Raspberries I Have Loved

It’s probably something to do with the unusual heat, but all my berries are coming ready about two weeks earlier than usual this year.

Our fridge is already full of saskatoon berries (some of which are destined for a fate of pie later this morning) and over the last couple days I’ve spent nearly an hour in the thorny brambles of my raspberry bushes plucking the tasty red berries from their hiding spots.

Weeks, literally weeks, after we moved into our house over sixteen years ago, I dug a small hole into the newly graded soil of our backyard and planted a root-ball of a raspberry cultivar.

All those years later, after ups and downs, good seasons and bad, incidents with wafting herbicides, a sad pruning mistake by my wife many years ago, and many attempts to train and constrain the patch, I have a plot of land that’s roughly, consistently, five square meters in size and densely packed with raspberry plants.

We pick and eat them fresh. We pluck pail-fulls that become pies or other pastry deserts. We drop them into cereal or on ice cream. We share them with th neighbours. We live for a short month on the bounty of garden raspberries that for a brief moment seems endless and plentiful.

Until it’s suddenly gone.

Gone, and we are stuck buying expensive little plastic clamshells of never-quite-the-same farm berries usually imported from California or Mexico, achingly dulled by their long trek to the Canadian prairies.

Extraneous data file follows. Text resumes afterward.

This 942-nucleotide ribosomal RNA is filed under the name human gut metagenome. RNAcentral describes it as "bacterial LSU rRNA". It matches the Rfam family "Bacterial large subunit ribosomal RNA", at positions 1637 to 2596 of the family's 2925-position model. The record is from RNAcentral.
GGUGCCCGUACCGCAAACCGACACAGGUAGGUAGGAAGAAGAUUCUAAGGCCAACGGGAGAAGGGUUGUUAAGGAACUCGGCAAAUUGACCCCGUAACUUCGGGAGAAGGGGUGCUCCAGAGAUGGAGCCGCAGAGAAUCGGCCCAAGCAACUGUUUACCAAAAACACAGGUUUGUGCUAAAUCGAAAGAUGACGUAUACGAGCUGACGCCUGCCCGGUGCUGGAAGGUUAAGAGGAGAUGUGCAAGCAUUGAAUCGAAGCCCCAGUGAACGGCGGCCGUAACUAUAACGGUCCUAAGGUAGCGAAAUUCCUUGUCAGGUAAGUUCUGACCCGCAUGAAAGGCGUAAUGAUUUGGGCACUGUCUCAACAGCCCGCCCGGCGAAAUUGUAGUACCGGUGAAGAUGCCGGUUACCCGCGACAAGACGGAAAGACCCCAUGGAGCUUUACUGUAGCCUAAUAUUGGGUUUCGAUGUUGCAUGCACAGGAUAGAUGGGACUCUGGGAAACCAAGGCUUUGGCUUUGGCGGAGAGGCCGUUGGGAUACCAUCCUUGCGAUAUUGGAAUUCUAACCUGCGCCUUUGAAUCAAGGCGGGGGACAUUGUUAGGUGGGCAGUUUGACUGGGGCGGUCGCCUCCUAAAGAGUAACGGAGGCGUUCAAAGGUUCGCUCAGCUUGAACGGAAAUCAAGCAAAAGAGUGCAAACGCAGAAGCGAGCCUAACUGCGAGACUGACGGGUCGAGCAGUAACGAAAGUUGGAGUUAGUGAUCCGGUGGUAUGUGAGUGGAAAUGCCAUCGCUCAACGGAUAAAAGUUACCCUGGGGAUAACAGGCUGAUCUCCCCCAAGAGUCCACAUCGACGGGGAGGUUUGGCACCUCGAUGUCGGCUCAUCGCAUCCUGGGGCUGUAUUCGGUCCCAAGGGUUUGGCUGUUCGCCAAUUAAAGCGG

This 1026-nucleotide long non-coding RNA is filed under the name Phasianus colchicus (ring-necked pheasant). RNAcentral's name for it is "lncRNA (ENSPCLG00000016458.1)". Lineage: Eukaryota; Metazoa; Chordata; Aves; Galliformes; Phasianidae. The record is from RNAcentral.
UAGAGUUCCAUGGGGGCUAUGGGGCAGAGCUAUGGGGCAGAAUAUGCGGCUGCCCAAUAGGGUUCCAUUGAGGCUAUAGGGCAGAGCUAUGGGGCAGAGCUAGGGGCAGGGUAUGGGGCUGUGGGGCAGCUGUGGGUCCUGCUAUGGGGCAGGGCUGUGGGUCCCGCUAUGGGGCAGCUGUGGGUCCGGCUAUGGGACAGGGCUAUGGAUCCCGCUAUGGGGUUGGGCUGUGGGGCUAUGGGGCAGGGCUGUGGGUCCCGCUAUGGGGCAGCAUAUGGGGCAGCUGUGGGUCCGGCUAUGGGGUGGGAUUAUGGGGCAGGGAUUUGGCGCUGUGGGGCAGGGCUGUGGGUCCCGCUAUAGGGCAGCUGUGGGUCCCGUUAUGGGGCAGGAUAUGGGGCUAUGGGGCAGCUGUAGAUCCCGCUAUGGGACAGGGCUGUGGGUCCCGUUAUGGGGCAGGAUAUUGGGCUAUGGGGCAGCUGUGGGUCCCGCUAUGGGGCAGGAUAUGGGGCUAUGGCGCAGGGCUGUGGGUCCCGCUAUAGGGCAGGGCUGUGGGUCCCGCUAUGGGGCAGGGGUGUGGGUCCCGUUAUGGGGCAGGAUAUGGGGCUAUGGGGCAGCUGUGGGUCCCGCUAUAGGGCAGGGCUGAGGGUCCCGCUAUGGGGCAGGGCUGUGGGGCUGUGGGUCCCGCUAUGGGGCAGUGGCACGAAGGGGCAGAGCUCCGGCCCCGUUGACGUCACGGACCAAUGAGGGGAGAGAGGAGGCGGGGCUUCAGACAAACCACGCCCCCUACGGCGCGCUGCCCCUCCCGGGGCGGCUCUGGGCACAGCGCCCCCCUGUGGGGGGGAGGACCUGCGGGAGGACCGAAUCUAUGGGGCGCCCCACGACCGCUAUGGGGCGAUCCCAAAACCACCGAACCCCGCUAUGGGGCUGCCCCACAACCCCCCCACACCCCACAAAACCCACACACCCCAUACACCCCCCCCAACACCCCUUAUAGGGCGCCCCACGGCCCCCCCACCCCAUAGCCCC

That trip from the backyard is so much shorter, so much fresher. And always a summer treat, even if it is a couple weeks ahead of schedule this year.

Saskatoon Berries Bonanza

According to thecanadianencyclopedia.caSaskatoon takes its name from a Cree word for the sweet, fleshy fruits, which were of prime importance to Aboriginal people and early settlers. On the prairies, saskatoons were a major ingredient in pemmican.

In my small suburban yard, I have four saskatoon bushes, bushes that thrive as native shrubbery is wont to do, and bushes that each year fill our summers with weeks of fresh fruit literally off our doorstep.

We are in the heart of those few short weeks right now.

Out both my front and back door, these ten-foot tall berry trees are draped abundantly with blueberry-sized purple orbs of sweet, nutty, berry goodness.

We gather as many as we can, even as they slowly ripen through late July and early August, dropping them into our breakfasts, harvesting a handful as a snack, overflowing baking bowls for muffins and pies, and generally eating as much as we can for the too-short season.

If you ever find yourself visiting the prairies of Canada and looking to sample a food that many Canadians feel is a food that defines us locally, go ahead and try the poutine, enjoy fried handful of dough that we like to call “beaver tails” and don’t let anyone tell you that maple syrup is the one true Canuck cuisine.